Never Again

Historical Analogy in the Kosovo Crisis

More graffiti in Belgrade.
Never Again : Historical Analogy in the Kosovo Crisis - Joy L. Frey

1389-Version I

Prince Lazar had come to be the most powerful regional lord in Kosovo and Metohija. It was he who led the troops to battle on that fateful morn of St. Vitus, June 15, 1389. The night before the battle, Prince Lazar hosted a feast for his noble friends and proposed a now-legendary toast conveying doubt in the loyalty of Serbian knight Milos Obilic. The battle occurred on a plain in Kosovo Polje near Pristina. It was here that the troops of Prince Lazar confronted the Turkish army led by Emir Murad I and assisted by Albanians from the region. During the battle, the knight Milos proved his allegiance to Prince Lazar by killing the Turkish emir in his tent. Despite these heroics, the Turks overwhelmed the Serbs and, after killing Prince Lazar, brought the Serbian army to its knees. The battle marked the beginning of Turkish dominance in the region, acquired in the holiest place of Orthodox Serbia.

1389-Version II

On June 15, 1389 Prince Lazar of Serbia led a coalition army of Serbs, Hun­garians, Romanians, Albanians and others against a vastly superior Ottoman army in a battle fought on a plain in Fushe Kosova near Prishtina. During the battle, a brave Albanian by the name of Milosh Kopiliq infiltrated the tent of Sultan Murad I and killed him. Nevertheless, the Ottoman army was too powerful for the coalition troops, and the Turks brought a bloody conclusion to the battle, and thereby estab­lishing their rule over the territory.

The Influence of History

The Battle of Kosovo in 1389 was an unknown event outside of the Balkans until 1999. Now, almost any well-informed European or American knows the sig­nificance of this 600 year old battle which was the foundation for the massive, systematic ethnic cleansing campaign waged against the Albanian population of Kosovo by the Serbian government and military. The Serbian and Albanian versions of the same story are irreconcilable. The Serbs believe that Albanians helped to bring about the most devastating loss the Serbian people have ever suffered, whereas the Albanians argue that Serbs and Albanians fought together against a common en­emy, for land that was first sacred to Albanian ancestors, the ancient Illyrians, before it became a holy place for the Serbs.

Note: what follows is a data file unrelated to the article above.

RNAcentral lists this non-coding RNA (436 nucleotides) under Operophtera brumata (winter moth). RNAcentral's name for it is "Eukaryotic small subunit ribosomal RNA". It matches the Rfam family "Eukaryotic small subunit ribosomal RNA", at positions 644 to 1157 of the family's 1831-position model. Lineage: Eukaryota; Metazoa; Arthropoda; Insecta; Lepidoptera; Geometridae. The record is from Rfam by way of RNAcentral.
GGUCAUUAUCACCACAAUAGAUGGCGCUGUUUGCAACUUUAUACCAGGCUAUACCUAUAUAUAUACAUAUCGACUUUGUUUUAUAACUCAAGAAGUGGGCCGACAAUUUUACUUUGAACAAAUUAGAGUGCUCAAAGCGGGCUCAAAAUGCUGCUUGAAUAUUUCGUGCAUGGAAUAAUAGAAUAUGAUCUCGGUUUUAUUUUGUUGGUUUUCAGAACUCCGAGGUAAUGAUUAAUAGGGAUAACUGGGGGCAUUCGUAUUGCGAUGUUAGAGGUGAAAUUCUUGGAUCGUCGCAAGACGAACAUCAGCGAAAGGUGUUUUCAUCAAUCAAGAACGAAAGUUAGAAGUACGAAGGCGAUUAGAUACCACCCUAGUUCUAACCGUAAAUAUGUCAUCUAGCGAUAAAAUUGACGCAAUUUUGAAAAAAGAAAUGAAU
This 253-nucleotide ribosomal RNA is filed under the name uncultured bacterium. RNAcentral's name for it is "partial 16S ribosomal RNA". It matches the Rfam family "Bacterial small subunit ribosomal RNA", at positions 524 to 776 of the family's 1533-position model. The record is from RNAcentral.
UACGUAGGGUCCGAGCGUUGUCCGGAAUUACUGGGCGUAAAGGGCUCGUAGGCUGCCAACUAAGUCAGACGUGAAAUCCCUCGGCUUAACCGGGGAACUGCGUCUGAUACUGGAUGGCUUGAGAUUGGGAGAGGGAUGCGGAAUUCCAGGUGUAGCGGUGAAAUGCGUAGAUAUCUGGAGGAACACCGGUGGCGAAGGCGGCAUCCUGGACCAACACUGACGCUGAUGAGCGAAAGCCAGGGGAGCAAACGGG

As this story became known to the Western public, an atmosphere of incredu­lity ensued. It is unthinkable that a historical event from so long ago could have such devastating consequences at the end of the twentieth century. It was perhaps less evident to the public that the Western response to the Kosovo crisis was also informed and shaped by historical events, albeit ones from the not so distant past. But is historical analogy a reliable tool if the "truth" of history is as elusive as suggested by the conflicting accounts of 1389?

Prior to the commencement of the NATO bombing against the Federal Repub­lic of Yugoslavia (FRY), some of the main initiators of the campaign, US President Clinton, British Prime Minister Tony Blair, and British Foreign Secretary Robin Cook, as well as the media, promoted analogies likening the situation in Kosovo to the atrocities committed during World War II by the Nazis. These analogies and the suggestion that the world could not let another Hitler act with impunity against a vulnerable race of people helped reinforce public support for NATO's campaign against FRY.

The West - especially the Anglo-Saxon powers - has made a concerted effort for the past 50 years to avoid repeating the mistakes of "appeasement" whereby the soon-to-be allied powers granted large concessions to Hitler with hopes of avoiding another European war. In particular, the Munich Pact of 1938 reflected the West­ern leaders' fear and paralysis in the face of Hitler's threats; the Western leaders acquiesced to the Nazi dictator's demands by agreeing to the incorporation of the largely German Sudetenland of Czechoslovakia into the Third Reich. British Prime Minister Chamberlain's single objective at Munich was to keep Great Britain out of war because of domestic pressure from a war-weary British population and thus settled the "quarrel in a faraway country between people of whom we know noth­ing" by sacrificing Czechoslovakia.1 Soon after Chamberlain was lauded in Great Britain for preserving" peace for our time" at Munich, the Wehrmacht marched into Prague and occupied the rest of Czechoslovakia before invading Poland.